What to Look for in a Digital Camera

In more than a century since the simple cardboard camera reached the market, photography has moved to the digital realm, largely leaving film behind. Choose your digital camera to match the kinds of pictures you want to take, and the simplicity or complexity of the technology you're willing to use to capture the images you want.

Intended Use

If you only take occasional casual shots, the camera in your smartphone may provide all the capabilities you need. As professional photographer Marty Davis of the Crown Hill Heritage Foundation points out, "The quality of smartphone pics is good and more than adequate for most basic applications. I don't enlarge them and I wouldn't use them for a publication or a photo contest, but I do use them for many other things." For family scenes without sports action and portraits that you don't want to print at large sizes, a point-and-shoot camera may match your expectations. Sports photography demands the ability to capture multiple images in quick succession, a feature called burst mode, and benefits from image stabilization to offset the shakiness that can creep in with a handheld camera. For creative photography that you plan to enlarge and print, and a flexible camera system with a body that hosts multiple lens choices, you need an interchangeable-lens camera. Expect to pay more for advanced features.

Image Size

As you evaluate digital cameras, the maximum resolution they can capture determines the size of the images you can obtain from them. Davis creates photographs that she may crop and use at poster size. "Because of the need to enlarge my images, or parts of my images, it's important to have a large max resolution," she says. Unlike early digital cameras that topped out at 3 megapixels, today's models offer sensors with double-digit image capabilities. As a result, unless you share Davis' need for pro-sized images, you can ignore megapixel measurements as a selection criterion. Sensor dimensions can make a big difference in the sharpness and detail of these images, however. A large image sensor with a smaller megapixel rating captures more detail than a small sensor with a higher megapixel rating. That's because the larger sensor devotes more pixels to a smaller image area, enhancing the quality of the image it captures. Instead of comparing megapixel specifications, look at sensor sizes.

Aperture

Aperture measures how much light can reach the image sensor through the diaphragm that opens and closes inside the camera. The lower the number, the wider the aperture. At low apertures, the area beyond the focal point of your image appears out of focus. This shallow depth of field places the point of interest on a limited range of subject matter. Davis encourages amateurs to learn how their cameras operate, saying, "Many people just use the Auto or Program mode on their camera and they don't understand aperture and how it effects depth of field or take advantage of it."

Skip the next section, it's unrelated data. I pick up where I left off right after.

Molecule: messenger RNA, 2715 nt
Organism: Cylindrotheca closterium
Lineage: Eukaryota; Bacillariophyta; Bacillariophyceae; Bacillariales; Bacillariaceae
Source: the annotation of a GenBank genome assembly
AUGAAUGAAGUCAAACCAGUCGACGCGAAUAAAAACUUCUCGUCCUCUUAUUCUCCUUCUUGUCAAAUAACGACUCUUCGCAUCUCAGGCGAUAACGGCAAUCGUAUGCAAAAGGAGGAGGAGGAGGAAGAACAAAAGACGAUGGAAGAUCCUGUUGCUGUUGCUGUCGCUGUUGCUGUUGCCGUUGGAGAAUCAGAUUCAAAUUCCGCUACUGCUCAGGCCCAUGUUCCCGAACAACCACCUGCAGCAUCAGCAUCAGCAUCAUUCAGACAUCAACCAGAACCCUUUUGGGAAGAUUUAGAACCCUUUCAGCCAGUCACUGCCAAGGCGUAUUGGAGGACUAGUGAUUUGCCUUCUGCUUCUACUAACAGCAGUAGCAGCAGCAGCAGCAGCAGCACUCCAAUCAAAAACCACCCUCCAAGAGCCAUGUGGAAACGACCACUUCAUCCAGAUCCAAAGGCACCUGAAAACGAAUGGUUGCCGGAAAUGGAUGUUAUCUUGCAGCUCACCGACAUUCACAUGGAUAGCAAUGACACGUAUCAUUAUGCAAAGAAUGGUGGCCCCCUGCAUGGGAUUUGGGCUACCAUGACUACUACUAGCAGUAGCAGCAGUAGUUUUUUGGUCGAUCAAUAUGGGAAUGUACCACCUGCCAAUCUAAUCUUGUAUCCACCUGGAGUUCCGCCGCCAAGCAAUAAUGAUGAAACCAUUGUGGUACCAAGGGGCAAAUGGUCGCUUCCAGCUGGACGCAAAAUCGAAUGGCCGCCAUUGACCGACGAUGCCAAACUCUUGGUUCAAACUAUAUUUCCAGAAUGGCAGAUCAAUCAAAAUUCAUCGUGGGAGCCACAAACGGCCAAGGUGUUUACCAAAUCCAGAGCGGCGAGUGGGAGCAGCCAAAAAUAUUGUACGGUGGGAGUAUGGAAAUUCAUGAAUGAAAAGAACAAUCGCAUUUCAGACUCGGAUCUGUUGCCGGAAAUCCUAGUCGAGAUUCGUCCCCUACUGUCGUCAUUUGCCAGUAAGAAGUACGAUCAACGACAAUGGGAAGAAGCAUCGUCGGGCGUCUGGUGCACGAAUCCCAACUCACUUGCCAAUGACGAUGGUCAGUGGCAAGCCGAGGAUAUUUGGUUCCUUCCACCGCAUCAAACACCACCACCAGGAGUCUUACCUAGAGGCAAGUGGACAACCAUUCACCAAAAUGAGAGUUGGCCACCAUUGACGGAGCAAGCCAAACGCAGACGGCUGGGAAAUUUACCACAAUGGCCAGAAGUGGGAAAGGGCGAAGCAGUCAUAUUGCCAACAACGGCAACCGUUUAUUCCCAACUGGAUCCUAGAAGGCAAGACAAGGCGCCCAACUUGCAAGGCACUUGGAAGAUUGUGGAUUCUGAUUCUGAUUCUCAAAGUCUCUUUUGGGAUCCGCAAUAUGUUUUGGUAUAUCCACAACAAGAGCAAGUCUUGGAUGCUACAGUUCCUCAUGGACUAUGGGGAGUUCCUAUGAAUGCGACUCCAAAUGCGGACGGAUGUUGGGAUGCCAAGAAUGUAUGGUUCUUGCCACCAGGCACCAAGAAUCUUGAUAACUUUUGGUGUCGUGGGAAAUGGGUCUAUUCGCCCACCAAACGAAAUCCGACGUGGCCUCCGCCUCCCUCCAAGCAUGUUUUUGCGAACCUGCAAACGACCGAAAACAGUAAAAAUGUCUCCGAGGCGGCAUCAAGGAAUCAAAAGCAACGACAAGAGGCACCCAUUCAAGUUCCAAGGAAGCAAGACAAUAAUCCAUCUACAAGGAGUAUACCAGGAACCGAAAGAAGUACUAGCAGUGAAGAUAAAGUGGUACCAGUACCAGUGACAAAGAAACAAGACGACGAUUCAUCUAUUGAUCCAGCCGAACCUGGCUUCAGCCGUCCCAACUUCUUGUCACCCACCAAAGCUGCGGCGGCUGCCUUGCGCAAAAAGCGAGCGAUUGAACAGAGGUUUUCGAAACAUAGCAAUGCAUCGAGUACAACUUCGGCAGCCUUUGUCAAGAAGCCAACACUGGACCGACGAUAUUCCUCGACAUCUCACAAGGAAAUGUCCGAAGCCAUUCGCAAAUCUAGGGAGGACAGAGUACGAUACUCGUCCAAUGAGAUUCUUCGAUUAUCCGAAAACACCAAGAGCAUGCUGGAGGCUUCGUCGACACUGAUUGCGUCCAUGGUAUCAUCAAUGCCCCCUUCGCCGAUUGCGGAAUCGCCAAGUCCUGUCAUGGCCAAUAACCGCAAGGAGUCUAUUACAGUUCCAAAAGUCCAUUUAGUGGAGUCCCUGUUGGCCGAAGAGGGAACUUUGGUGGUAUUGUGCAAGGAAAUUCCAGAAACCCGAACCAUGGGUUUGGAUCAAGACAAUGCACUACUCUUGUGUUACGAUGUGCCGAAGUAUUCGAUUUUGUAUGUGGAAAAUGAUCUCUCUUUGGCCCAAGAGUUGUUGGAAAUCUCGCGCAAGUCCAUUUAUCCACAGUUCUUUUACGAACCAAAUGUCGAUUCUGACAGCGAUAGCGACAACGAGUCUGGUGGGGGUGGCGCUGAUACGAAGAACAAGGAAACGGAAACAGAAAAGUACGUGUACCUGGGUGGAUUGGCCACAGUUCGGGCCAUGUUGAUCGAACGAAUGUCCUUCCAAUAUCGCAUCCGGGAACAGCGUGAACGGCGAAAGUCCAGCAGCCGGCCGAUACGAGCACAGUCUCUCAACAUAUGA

ISO

Along with aperture's measurement of light's accessibility to a camera's image sensor, ISO measures light sensitivity. Most cameras can operate at a range of ISO settings. High values can capture images in dim lighting, at the risk of introducing unwanted graininess. Davis suggests learning to set ISO manually. "When photographers set their ISOs to auto or high, they risk digital noise and blurry images. For the best images, photographers should use the lowest ISO possible." Shooting the aurora borealis in northern Sweden made ISO adjustment a mandatory feature. "I shot long exposures, 15-30 seconds, with different ISOs, and because I had instant feedback I could adjust my settings in order to get the best images."

Focal Length & Zoom

Your camera's focal length or zoom range, a property of its lens, measures how closely you can photograph distant subjects without changing your physical position. Unlike fixed focal-length optics, zoom lenses include a range of focal lengths. To evaluate zoom capabilities, ask a friend to let you experiment with her camera or try a demo model in a camera store so you can see how close a lens can bring distant subject matter. Look for optical zoom capabilities to assure that in-camera image enlargement comes from the lens itself. Digital zooms operate like image-editing software, artificially enlarging an image to make its subject look closer to the camera, which can produce softening and distortion.

Shutter & Flash

Shutter speed determines how brief an instant a camera can capture. To shoot pictures of sports action, photograph birds and other fast-moving wildlife or snap clear images of your children at play, you need a shutter that can operate at high speeds. Flash capabilities come in handy beyond their obvious application to lighting a scene that's too dark to photograph. "Using a fill flash outdoors can improve images greatly, especially in the shade or when backlit," Davis points out.

Other Considerations

Memory-card capacity determines how many images you can capture without switching storage media. File-format flexibility gives a digital camera the ability to store uncompressed images as lossless RAW files as well as compressed photos in space-saving JPEG format. Pros like Davis opt for RAW files to preserve all image data. She looks for still cameras that include the ability to capture video footage, including full HD, noting that "I often shoot video files and need a camera with this capability." To assure that the camera you choose feels comfortable in your hand, check out its ergonomics before you buy. Likewise, evaluate its viewfinder. Some cameras offer LCD or LED panels on which to preview your images, whereas others still offer through-the-lens monitoring.

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